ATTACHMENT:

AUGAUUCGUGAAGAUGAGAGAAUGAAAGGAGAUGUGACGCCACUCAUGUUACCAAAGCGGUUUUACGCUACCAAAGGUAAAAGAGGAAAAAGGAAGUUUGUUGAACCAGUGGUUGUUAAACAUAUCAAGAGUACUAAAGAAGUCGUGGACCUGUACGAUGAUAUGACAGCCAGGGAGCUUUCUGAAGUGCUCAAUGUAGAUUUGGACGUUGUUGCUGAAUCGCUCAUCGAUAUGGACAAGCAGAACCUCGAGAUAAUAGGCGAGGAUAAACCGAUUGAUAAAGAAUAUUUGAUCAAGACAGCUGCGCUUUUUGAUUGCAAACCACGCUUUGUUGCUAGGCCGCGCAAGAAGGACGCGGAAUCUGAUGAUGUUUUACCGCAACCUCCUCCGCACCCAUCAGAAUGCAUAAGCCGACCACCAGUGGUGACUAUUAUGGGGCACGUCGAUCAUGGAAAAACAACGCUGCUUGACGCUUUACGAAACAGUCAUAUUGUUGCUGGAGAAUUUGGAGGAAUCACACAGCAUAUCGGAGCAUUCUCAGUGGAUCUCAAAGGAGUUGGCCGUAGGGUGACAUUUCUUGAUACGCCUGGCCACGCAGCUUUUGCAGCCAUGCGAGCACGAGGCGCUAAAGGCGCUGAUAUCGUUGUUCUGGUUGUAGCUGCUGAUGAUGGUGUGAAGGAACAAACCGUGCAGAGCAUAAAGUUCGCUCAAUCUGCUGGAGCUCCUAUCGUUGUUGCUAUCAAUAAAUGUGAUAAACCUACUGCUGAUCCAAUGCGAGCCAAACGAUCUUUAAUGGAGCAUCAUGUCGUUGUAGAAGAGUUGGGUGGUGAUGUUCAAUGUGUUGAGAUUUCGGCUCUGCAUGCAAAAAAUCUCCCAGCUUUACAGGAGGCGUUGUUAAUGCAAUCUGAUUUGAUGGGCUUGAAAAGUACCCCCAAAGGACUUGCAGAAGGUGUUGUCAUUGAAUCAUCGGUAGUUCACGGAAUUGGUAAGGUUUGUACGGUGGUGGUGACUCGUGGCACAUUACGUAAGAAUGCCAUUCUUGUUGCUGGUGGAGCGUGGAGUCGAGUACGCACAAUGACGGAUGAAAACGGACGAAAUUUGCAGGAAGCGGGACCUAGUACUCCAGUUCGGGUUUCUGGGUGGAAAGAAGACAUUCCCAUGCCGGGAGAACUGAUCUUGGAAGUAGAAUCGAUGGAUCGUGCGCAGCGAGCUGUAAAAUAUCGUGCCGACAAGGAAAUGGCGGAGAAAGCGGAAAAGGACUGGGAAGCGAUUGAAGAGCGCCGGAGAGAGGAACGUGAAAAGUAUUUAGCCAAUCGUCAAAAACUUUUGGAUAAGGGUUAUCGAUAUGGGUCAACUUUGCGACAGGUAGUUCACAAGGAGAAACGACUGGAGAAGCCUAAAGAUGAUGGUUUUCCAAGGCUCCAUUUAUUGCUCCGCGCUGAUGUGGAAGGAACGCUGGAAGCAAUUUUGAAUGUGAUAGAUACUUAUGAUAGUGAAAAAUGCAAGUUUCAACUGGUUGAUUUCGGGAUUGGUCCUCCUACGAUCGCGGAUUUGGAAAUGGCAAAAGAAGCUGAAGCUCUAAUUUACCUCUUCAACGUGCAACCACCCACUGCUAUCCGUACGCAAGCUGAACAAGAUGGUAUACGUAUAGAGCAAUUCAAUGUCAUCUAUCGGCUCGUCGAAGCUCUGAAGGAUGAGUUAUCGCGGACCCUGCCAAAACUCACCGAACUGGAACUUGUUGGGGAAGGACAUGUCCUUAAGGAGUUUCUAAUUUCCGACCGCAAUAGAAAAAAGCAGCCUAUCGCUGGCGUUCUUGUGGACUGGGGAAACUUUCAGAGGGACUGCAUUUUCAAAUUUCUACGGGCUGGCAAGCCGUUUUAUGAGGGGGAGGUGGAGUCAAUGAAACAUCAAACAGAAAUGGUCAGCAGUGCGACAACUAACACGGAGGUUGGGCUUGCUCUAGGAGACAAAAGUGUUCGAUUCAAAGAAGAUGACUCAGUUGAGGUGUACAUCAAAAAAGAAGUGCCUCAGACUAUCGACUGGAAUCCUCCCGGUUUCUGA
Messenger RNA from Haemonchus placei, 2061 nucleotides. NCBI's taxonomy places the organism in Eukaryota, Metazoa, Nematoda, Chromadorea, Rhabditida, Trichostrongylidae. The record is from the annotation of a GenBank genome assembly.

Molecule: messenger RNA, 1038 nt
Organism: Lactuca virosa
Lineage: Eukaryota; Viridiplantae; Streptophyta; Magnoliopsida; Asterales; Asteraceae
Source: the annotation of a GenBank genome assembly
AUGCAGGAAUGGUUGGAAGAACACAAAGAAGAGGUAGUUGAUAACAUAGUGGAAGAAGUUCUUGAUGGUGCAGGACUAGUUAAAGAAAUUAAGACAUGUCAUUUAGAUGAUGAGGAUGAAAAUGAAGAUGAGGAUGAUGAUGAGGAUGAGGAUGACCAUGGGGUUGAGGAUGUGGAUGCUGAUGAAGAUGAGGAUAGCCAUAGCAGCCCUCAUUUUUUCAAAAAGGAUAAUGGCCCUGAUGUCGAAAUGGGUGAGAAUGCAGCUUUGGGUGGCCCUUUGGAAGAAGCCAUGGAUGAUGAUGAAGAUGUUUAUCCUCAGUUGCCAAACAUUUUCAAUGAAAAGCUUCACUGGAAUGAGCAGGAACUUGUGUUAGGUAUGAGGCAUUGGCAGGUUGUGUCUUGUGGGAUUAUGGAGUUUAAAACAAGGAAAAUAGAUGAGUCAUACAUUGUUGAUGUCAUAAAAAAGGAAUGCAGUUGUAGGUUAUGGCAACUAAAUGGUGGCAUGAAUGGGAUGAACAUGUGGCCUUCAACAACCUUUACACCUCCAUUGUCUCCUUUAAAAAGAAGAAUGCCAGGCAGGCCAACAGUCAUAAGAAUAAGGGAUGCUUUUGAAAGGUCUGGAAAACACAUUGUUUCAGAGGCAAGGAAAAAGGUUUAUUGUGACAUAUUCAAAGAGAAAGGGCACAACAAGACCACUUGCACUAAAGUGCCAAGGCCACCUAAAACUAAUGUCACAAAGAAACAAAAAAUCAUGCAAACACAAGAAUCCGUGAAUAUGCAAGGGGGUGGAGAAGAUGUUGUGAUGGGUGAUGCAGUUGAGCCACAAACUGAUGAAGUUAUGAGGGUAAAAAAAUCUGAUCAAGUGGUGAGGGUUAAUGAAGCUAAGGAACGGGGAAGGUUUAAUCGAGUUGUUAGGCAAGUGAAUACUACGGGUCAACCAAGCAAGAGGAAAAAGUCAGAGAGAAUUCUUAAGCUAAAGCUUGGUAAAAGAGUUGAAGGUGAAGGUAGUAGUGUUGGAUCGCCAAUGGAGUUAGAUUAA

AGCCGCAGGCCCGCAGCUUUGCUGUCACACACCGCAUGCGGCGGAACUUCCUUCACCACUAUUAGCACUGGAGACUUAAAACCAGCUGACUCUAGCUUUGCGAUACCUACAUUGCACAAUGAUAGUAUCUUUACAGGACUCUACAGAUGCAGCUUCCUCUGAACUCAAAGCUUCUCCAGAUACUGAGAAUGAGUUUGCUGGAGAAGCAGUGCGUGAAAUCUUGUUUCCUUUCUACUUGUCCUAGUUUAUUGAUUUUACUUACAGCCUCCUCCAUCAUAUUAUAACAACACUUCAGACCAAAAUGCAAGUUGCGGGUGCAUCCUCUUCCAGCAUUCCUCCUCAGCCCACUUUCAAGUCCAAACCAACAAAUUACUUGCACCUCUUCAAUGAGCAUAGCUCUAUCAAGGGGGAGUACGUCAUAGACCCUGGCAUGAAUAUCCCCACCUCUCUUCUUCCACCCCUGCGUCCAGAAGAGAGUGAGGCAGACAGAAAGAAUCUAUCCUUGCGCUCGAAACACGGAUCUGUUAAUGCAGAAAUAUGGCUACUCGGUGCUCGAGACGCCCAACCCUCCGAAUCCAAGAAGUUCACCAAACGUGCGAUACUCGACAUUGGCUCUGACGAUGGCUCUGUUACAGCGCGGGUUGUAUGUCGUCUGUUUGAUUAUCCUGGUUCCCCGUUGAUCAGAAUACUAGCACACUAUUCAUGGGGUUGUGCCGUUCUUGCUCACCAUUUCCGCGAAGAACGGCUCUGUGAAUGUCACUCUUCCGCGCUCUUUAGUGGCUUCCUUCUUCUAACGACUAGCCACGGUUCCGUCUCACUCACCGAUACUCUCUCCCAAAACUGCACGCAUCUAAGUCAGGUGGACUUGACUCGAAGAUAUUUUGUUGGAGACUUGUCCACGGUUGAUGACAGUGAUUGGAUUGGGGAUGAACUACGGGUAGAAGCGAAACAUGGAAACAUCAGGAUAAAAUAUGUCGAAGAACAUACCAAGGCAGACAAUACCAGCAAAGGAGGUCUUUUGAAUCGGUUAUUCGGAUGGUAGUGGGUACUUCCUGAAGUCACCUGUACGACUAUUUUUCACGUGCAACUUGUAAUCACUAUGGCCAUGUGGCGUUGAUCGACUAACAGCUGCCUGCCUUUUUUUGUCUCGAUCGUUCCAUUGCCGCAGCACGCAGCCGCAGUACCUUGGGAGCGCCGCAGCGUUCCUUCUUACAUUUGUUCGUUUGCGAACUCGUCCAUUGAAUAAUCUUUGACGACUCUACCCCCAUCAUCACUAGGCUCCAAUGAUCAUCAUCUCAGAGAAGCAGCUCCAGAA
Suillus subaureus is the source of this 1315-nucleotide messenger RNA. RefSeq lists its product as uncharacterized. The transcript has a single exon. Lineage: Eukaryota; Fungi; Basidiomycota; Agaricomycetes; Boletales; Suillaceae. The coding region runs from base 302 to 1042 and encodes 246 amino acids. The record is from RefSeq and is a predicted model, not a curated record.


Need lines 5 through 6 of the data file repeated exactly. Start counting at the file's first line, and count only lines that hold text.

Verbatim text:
Lineage: Eukaryota; Viridiplantae; Streptophyta; Magnoliopsida; Asterales; Asteraceae
Source: the annotation of a GenBank genome assembly